You might already know that Kickstarter has a vibrant and delightful publishing category. Illuminated books? Botanical illustrated sketchbooks? Letterpress type specimen books? Yes, please! The site has helped to launch over 45,000 publishing projects and to raise over 156 million dollars. Can it help you?
 
Maybe! Launching a project is no joke—it’s a whole lot of work—but for authors, especially authors of niche books or books rich in design elements, Kickstarter can be an excellent move.
 
Kickstarter offers a home and platform for entrepreneurial authors looking to go their own way, shorten their publication timeline, raise money for quality printing, determine a more accurate count for an initial book run, and establish a place for fans to congregate and show support.
 
However, Kickstarter should in no way be considered an “easy” route to publication. Its author-driven platform is freeing, but that’s because the author rather than a publishing team takes on fundraising and marketing responsibilities. While that work may be unavoidable (traditional publishers don’t typically invest in niche books with boutique audiences, and they frequently require, implicitly or explicitly, that authors do the heavy lifting in marketing anyways), it can be challenge, especially for the unprepared.
 
Thinking about launching a Kickstarter campaign? Consider the following:

  • Be done: Finish your manuscript. It’s hard (so hard!) to write a book. A work-in-progress not only makes campaign planning impossible, it can also act as a guillotine blade hanging over your head. If it’s difficult to write a book under regular circumstances, it’s nearly fatal to work under the pressure of having to quickly meet backers’ expectations.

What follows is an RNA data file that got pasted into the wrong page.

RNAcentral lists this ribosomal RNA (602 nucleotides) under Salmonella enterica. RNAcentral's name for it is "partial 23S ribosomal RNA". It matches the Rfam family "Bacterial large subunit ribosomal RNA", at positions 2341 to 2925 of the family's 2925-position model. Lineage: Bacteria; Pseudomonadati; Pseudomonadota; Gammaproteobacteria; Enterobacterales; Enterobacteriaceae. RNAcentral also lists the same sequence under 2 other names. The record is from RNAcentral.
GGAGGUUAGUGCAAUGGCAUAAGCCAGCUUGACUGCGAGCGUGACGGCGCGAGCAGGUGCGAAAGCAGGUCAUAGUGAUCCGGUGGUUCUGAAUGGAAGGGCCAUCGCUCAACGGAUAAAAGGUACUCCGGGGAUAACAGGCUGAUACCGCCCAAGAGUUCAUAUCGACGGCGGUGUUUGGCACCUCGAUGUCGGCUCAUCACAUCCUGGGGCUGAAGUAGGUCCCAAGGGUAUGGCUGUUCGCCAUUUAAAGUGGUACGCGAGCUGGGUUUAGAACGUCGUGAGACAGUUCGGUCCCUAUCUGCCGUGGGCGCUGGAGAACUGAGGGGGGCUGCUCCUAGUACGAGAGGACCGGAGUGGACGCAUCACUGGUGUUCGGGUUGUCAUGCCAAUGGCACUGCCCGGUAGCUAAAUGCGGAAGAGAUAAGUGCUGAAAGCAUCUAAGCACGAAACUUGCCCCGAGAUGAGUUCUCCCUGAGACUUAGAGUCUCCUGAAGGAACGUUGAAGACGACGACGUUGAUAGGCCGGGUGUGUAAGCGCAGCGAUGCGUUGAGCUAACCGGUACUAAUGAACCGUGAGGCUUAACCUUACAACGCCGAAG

• Be prepared: Because you are the project manager for your Kickstarter campaign, you must manage production, value proposition, and fulfillment (in the figurative and practical sense). This is another great reason to build your campaign around a completed book: Rather than managing the book-writing, you can turn your attention to managing a campaign that showcases your book as a beautiful thing poised to do meaningful work out in the world.
  • Be wary of incentives: Incentives are great, but they can be an unexpected black hole in terms of time and effort. Offer them, but think hard about what you offer. If it’s not the book itself (and even if it is), every gift must be designed, purchased, organized, fulfilled, packed, and shipped to recipients. In theory, no problem! In reality, that could be 127 XS T-shirts in one of three colors to 123 different addresses; 279 M T-shirts in one of three colors to 279 different addresses; 113 L T-shirts in one of three colors to 109 addresses. And more!

 
Successful Kickstarter campaigns reward the prepared and persistent. From our perspective, it’s a platform that’s helping to diversify publishing in the form of riskier, niche-ier projects. If you’ve got one, and you’ve got the energy and passion to fuel it, get in there and kickstart it!